In the last episode (Oct 03), Carsten Gehling said:
> From: "Benjamin Pflugmann" <philemon@stripped>
> Sent: Tuesday, October 03, 2000 4:45 PM
> > Maybe I completely misunderstand you, but what is wrong with the
> > plain JOIN?
> > SELECT * FROM table1, table2 WHERE table1.id = table2.id
> > results in exactly what you ask for, doesn't it?
> Yes, but the performance is poor. The above statement makes a
> cartesian product, where every record in table1 is combined with
> every record in table2. Only after this cartesian product is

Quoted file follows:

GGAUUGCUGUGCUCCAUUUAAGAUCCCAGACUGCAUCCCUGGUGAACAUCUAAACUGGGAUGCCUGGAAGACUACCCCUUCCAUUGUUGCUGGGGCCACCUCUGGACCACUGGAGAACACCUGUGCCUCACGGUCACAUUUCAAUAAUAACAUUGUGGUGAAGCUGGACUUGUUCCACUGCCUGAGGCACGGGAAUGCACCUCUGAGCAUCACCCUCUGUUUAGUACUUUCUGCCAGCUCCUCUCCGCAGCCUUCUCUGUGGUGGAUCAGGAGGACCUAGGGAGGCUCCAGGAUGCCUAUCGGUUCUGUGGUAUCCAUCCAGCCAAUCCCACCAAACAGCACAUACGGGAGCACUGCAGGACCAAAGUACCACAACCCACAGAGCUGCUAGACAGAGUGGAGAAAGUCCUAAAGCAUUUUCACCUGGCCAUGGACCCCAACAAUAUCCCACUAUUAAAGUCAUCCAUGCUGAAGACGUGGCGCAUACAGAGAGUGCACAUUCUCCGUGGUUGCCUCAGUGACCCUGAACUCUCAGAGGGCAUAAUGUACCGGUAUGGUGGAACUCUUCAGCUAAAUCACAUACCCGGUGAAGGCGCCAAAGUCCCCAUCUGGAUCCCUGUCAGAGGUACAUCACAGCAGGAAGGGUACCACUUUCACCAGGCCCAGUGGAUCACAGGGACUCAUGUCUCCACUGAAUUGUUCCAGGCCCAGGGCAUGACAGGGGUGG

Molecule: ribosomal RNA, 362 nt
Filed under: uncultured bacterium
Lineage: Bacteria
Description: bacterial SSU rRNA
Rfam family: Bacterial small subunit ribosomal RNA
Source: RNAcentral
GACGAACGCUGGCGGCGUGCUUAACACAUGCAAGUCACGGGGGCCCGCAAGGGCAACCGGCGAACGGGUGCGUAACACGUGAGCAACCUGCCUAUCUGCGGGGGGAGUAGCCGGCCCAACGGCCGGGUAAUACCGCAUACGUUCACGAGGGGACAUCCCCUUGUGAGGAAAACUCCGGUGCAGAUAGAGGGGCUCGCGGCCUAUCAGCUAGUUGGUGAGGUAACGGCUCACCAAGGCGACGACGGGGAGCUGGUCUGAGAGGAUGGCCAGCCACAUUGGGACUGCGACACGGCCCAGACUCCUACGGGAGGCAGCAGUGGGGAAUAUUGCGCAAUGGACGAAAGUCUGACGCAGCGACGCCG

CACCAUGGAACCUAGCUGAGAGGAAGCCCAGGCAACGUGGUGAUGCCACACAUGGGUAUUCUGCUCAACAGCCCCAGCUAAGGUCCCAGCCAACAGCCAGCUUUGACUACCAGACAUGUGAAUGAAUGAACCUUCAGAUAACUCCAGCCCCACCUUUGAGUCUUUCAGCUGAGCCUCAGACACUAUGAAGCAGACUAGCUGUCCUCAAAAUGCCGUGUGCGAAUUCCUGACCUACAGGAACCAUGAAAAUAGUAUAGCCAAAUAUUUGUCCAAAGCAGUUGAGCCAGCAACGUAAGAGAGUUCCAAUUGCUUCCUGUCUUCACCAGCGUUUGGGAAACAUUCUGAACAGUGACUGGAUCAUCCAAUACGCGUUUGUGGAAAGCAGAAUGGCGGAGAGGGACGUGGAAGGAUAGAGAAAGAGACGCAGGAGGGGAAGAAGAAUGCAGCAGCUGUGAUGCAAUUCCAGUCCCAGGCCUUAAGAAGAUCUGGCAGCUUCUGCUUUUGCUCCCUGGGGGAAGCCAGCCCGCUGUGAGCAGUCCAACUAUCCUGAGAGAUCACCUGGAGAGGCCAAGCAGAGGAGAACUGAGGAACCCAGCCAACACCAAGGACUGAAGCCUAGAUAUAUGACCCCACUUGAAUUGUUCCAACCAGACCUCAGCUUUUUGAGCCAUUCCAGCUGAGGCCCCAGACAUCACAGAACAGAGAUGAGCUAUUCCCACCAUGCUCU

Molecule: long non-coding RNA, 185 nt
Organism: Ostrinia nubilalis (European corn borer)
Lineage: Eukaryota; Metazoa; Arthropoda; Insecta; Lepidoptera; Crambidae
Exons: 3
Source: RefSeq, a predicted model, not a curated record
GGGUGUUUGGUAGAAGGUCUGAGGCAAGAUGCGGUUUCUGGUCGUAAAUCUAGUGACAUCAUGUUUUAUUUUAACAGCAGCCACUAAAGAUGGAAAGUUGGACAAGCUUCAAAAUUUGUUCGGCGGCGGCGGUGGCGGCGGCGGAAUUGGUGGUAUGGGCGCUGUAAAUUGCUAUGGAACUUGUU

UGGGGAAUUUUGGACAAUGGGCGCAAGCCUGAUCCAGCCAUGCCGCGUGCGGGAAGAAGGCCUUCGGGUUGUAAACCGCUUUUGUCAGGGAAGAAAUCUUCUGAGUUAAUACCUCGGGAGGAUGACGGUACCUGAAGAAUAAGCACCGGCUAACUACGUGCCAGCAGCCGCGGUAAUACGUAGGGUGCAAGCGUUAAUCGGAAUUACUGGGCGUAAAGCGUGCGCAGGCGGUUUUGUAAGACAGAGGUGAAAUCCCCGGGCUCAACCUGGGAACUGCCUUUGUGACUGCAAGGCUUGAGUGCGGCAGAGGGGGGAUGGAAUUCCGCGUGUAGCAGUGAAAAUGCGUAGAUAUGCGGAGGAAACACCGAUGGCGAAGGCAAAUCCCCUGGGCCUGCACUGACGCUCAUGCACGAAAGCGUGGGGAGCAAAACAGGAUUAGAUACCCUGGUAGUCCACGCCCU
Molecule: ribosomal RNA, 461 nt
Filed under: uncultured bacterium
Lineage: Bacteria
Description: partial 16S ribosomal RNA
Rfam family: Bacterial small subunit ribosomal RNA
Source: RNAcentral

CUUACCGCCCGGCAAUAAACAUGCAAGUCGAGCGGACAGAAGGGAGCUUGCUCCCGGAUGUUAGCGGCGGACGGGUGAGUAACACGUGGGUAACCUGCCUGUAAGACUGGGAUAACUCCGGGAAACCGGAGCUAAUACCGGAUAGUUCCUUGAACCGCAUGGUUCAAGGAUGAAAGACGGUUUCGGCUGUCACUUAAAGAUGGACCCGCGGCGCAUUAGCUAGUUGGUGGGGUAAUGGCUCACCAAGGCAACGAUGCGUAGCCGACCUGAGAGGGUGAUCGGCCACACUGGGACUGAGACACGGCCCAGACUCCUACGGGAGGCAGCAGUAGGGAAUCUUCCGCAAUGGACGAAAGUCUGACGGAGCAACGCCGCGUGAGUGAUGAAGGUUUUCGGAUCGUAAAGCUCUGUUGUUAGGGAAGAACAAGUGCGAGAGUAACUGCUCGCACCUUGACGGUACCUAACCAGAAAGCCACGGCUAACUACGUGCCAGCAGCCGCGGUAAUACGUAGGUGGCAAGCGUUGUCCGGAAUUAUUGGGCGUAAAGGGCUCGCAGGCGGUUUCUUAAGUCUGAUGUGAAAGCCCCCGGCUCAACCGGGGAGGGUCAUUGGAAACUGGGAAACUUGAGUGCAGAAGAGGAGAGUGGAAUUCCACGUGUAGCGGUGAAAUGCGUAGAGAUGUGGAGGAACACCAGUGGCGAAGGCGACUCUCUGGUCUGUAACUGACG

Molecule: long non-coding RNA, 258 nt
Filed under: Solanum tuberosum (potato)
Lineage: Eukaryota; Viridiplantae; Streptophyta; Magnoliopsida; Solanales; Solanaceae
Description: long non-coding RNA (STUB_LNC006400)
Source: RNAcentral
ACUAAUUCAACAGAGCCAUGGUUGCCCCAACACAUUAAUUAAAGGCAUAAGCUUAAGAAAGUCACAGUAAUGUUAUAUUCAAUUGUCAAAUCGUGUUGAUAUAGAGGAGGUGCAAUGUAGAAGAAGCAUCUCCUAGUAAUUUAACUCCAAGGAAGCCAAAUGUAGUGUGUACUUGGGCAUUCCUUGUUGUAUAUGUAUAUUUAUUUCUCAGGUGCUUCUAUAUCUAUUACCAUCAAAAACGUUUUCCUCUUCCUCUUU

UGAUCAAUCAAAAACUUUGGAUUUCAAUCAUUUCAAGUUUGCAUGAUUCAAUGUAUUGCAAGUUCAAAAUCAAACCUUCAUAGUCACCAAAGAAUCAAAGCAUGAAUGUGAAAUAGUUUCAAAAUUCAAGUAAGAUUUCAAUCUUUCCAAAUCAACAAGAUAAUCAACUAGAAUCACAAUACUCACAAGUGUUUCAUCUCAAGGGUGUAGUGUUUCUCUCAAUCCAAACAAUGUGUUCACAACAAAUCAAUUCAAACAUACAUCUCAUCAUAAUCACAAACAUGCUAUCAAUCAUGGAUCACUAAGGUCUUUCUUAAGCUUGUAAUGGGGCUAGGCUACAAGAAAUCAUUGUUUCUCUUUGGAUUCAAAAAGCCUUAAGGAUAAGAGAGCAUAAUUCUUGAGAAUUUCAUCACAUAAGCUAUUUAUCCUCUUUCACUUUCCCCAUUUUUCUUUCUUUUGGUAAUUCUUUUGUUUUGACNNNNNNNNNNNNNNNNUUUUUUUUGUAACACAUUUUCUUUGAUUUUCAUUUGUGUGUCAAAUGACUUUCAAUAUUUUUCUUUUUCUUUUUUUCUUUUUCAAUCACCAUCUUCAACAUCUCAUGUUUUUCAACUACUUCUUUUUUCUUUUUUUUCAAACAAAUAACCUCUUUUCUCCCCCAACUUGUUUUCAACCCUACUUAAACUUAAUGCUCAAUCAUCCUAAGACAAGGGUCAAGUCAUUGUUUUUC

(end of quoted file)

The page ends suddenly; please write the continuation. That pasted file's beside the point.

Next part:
> completed, are the correct records selected and returned.
No; mysql does not do a cartesian product here. It simply walks
table1, and for each id, it looks up the appropriate entry(s) in table2
by keying off the id index. Try doing an "EXPLAIN SELECT ..." to see
what mysql ends up doing. If table2 is smaller than table1, it might
actually use table2 as the driving table.
> 200*200*200 = 8.000.000 records in the temporary table. Before the where
> statement is executed.
Actually, the where statement is used by mysql to figure out which
indexes to use to join the tables together. You might be thinking of
the HAVING clause, which is only used after all records have been